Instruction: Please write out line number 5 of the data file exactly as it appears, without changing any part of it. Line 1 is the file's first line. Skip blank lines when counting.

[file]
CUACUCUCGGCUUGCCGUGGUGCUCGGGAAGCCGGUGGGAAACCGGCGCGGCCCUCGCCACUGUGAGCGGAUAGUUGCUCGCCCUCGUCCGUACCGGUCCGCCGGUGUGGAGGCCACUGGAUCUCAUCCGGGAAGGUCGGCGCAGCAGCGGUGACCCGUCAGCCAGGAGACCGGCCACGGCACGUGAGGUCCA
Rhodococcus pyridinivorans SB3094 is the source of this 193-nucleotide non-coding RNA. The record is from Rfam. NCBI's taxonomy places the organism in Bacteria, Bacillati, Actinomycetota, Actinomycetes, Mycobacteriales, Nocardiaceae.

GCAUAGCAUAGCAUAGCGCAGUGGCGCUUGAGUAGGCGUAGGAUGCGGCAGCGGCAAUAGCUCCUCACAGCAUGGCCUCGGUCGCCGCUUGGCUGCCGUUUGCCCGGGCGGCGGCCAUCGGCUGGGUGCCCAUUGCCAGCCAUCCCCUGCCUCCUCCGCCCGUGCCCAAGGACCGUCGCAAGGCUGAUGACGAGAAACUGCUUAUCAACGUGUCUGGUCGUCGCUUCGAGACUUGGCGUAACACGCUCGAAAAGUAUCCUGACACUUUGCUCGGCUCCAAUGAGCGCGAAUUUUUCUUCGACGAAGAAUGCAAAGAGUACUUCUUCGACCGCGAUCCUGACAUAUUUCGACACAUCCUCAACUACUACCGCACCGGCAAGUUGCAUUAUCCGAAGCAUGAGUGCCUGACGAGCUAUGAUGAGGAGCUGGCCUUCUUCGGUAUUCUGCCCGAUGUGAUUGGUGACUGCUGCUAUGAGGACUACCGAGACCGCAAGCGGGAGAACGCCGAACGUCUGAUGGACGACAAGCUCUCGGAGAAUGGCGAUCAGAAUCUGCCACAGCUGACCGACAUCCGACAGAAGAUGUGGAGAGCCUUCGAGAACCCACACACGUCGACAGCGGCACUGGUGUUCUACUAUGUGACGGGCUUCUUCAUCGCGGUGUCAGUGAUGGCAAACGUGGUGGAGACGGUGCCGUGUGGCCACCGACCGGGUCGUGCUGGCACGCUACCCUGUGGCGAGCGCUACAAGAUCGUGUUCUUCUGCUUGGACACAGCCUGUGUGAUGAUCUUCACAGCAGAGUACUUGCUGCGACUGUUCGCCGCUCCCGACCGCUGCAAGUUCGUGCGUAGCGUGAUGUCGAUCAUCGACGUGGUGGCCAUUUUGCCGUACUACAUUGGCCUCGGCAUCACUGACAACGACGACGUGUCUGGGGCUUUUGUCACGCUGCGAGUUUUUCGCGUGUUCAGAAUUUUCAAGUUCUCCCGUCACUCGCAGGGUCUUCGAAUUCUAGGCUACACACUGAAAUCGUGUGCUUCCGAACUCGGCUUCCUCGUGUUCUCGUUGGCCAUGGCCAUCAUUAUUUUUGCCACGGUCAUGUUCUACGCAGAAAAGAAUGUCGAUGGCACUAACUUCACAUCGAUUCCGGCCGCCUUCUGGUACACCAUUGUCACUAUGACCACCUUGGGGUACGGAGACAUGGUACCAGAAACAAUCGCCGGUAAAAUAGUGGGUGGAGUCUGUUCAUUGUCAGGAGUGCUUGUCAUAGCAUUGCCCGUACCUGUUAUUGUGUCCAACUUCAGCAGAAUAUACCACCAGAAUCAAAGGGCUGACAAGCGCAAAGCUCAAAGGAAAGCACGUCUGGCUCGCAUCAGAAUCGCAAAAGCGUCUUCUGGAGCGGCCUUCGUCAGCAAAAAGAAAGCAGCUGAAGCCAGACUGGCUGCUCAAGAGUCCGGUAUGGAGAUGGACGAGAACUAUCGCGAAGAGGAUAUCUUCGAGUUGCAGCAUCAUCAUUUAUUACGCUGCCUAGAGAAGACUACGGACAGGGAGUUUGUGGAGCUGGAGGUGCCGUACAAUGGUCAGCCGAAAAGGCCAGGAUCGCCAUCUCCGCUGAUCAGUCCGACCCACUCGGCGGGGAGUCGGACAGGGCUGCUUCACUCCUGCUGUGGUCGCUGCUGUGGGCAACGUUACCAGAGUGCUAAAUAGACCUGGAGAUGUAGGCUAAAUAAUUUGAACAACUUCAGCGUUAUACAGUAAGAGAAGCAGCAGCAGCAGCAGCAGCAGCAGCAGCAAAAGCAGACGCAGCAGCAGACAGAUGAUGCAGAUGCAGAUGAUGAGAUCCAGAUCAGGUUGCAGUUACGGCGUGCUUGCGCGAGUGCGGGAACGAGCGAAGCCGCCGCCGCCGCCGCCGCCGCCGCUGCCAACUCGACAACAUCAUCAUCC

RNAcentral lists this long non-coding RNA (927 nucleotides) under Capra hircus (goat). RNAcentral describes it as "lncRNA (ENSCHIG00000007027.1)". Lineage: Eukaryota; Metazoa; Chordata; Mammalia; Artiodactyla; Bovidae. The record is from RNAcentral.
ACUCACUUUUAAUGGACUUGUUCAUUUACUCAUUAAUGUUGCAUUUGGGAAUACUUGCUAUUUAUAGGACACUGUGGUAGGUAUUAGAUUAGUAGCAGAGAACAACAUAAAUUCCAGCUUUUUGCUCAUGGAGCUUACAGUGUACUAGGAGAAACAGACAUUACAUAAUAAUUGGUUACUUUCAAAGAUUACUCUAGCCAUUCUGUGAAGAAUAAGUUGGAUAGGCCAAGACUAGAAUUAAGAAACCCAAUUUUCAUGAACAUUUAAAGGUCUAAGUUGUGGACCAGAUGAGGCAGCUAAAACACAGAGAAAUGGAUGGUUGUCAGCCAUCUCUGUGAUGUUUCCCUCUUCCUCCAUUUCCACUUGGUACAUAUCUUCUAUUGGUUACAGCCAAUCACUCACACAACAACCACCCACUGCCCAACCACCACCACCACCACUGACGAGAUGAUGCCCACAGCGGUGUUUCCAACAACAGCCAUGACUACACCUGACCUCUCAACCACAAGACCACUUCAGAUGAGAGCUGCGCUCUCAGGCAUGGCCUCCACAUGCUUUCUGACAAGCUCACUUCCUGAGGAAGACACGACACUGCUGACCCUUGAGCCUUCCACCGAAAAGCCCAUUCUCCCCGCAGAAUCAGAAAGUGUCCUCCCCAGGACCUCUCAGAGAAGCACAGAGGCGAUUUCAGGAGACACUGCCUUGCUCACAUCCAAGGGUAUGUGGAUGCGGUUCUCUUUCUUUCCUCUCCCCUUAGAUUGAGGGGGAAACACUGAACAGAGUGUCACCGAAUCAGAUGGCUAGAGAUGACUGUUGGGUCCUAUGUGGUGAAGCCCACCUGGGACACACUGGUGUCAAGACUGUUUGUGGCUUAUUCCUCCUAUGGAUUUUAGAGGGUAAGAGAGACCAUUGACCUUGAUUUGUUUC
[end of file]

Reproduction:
ACUCACUUUUAAUGGACUUGUUCAUUUACUCAUUAAUGUUGCAUUUGGGAAUACUUGCUAUUUAUAGGACACUGUGGUAGGUAUUAGAUUAGUAGCAGAGAACAACAUAAAUUCCAGCUUUUUGCUCAUGGAGCUUACAGUGUACUAGGAGAAACAGACAUUACAUAAUAAUUGGUUACUUUCAAAGAUUACUCUAGCCAUUCUGUGAAGAAUAAGUUGGAUAGGCCAAGACUAGAAUUAAGAAACCCAAUUUUCAUGAACAUUUAAAGGUCUAAGUUGUGGACCAGAUGAGGCAGCUAAAACACAGAGAAAUGGAUGGUUGUCAGCCAUCUCUGUGAUGUUUCCCUCUUCCUCCAUUUCCACUUGGUACAUAUCUUCUAUUGGUUACAGCCAAUCACUCACACAACAACCACCCACUGCCCAACCACCACCACCACCACUGACGAGAUGAUGCCCACAGCGGUGUUUCCAACAACAGCCAUGACUACACCUGACCUCUCAACCACAAGACCACUUCAGAUGAGAGCUGCGCUCUCAGGCAUGGCCUCCACAUGCUUUCUGACAAGCUCACUUCCUGAGGAAGACACGACACUGCUGACCCUUGAGCCUUCCACCGAAAAGCCCAUUCUCCCCGCAGAAUCAGAAAGUGUCCUCCCCAGGACCUCUCAGAGAAGCACAGAGGCGAUUUCAGGAGACACUGCCUUGCUCACAUCCAAGGGUAUGUGGAUGCGGUUCUCUUUCUUUCCUCUCCCCUUAGAUUGAGGGGGAAACACUGAACAGAGUGUCACCGAAUCAGAUGGCUAGAGAUGACUGUUGGGUCCUAUGUGGUGAAGCCCACCUGGGACACACUGGUGUCAAGACUGUUUGUGGCUUAUUCCUCCUAUGGAUUUUAGAGGGUAAGAGAGACCAUUGACCUUGAUUUGUUUC